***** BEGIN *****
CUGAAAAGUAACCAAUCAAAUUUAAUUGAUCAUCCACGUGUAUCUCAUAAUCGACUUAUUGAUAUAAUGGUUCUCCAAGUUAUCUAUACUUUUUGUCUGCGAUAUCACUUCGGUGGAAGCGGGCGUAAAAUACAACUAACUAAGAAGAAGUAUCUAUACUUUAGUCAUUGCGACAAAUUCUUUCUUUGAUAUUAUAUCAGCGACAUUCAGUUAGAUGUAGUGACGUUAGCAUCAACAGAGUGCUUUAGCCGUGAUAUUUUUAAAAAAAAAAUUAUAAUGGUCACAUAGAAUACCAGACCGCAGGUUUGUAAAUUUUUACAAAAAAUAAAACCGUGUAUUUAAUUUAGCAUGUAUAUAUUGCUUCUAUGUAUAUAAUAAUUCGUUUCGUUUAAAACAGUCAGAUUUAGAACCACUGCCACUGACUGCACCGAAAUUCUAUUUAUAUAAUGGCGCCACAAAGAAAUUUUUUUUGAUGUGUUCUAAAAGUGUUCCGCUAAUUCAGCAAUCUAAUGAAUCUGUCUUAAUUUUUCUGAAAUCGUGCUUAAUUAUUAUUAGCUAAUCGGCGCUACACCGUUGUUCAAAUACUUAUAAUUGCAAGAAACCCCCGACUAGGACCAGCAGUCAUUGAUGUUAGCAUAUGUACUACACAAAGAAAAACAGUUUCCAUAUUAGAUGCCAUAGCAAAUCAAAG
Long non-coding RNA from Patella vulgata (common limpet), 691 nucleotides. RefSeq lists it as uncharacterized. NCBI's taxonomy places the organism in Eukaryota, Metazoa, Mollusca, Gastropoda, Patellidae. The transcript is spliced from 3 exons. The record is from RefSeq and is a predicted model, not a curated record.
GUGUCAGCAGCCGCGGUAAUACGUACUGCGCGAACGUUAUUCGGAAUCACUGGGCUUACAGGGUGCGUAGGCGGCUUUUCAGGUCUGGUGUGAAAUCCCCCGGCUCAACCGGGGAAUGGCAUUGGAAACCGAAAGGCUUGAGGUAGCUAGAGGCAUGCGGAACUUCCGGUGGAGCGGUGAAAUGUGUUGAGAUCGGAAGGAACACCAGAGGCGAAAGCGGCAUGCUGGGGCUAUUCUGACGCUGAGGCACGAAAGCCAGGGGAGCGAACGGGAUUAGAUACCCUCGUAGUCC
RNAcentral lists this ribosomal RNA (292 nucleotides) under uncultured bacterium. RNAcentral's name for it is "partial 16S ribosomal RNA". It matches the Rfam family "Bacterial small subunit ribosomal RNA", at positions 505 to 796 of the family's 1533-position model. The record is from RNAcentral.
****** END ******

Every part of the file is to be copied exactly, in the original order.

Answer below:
CUGAAAAGUAACCAAUCAAAUUUAAUUGAUCAUCCACGUGUAUCUCAUAAUCGACUUAUUGAUAUAAUGGUUCUCCAAGUUAUCUAUACUUUUUGUCUGCGAUAUCACUUCGGUGGAAGCGGGCGUAAAAUACAACUAACUAAGAAGAAGUAUCUAUACUUUAGUCAUUGCGACAAAUUCUUUCUUUGAUAUUAUAUCAGCGACAUUCAGUUAGAUGUAGUGACGUUAGCAUCAACAGAGUGCUUUAGCCGUGAUAUUUUUAAAAAAAAAAUUAUAAUGGUCACAUAGAAUACCAGACCGCAGGUUUGUAAAUUUUUACAAAAAAUAAAACCGUGUAUUUAAUUUAGCAUGUAUAUAUUGCUUCUAUGUAUAUAAUAAUUCGUUUCGUUUAAAACAGUCAGAUUUAGAACCACUGCCACUGACUGCACCGAAAUUCUAUUUAUAUAAUGGCGCCACAAAGAAAUUUUUUUUGAUGUGUUCUAAAAGUGUUCCGCUAAUUCAGCAAUCUAAUGAAUCUGUCUUAAUUUUUCUGAAAUCGUGCUUAAUUAUUAUUAGCUAAUCGGCGCUACACCGUUGUUCAAAUACUUAUAAUUGCAAGAAACCCCCGACUAGGACCAGCAGUCAUUGAUGUUAGCAUAUGUACUACACAAAGAAAAACAGUUUCCAUAUUAGAUGCCAUAGCAAAUCAAAG
Long non-coding RNA from Patella vulgata (common limpet), 691 nucleotides. RefSeq lists it as uncharacterized. NCBI's taxonomy places the organism in Eukaryota, Metazoa, Mollusca, Gastropoda, Patellidae. The transcript is spliced from 3 exons. The record is from RefSeq and is a predicted model, not a curated record.
GUGUCAGCAGCCGCGGUAAUACGUACUGCGCGAACGUUAUUCGGAAUCACUGGGCUUACAGGGUGCGUAGGCGGCUUUUCAGGUCUGGUGUGAAAUCCCCCGGCUCAACCGGGGAAUGGCAUUGGAAACCGAAAGGCUUGAGGUAGCUAGAGGCAUGCGGAACUUCCGGUGGAGCGGUGAAAUGUGUUGAGAUCGGAAGGAACACCAGAGGCGAAAGCGGCAUGCUGGGGCUAUUCUGACGCUGAGGCACGAAAGCCAGGGGAGCGAACGGGAUUAGAUACCCUCGUAGUCC
RNAcentral lists this ribosomal RNA (292 nucleotides) under uncultured bacterium. RNAcentral's name for it is "partial 16S ribosomal RNA". It matches the Rfam family "Bacterial small subunit ribosomal RNA", at positions 505 to 796 of the family's 1533-position model. The record is from RNAcentral.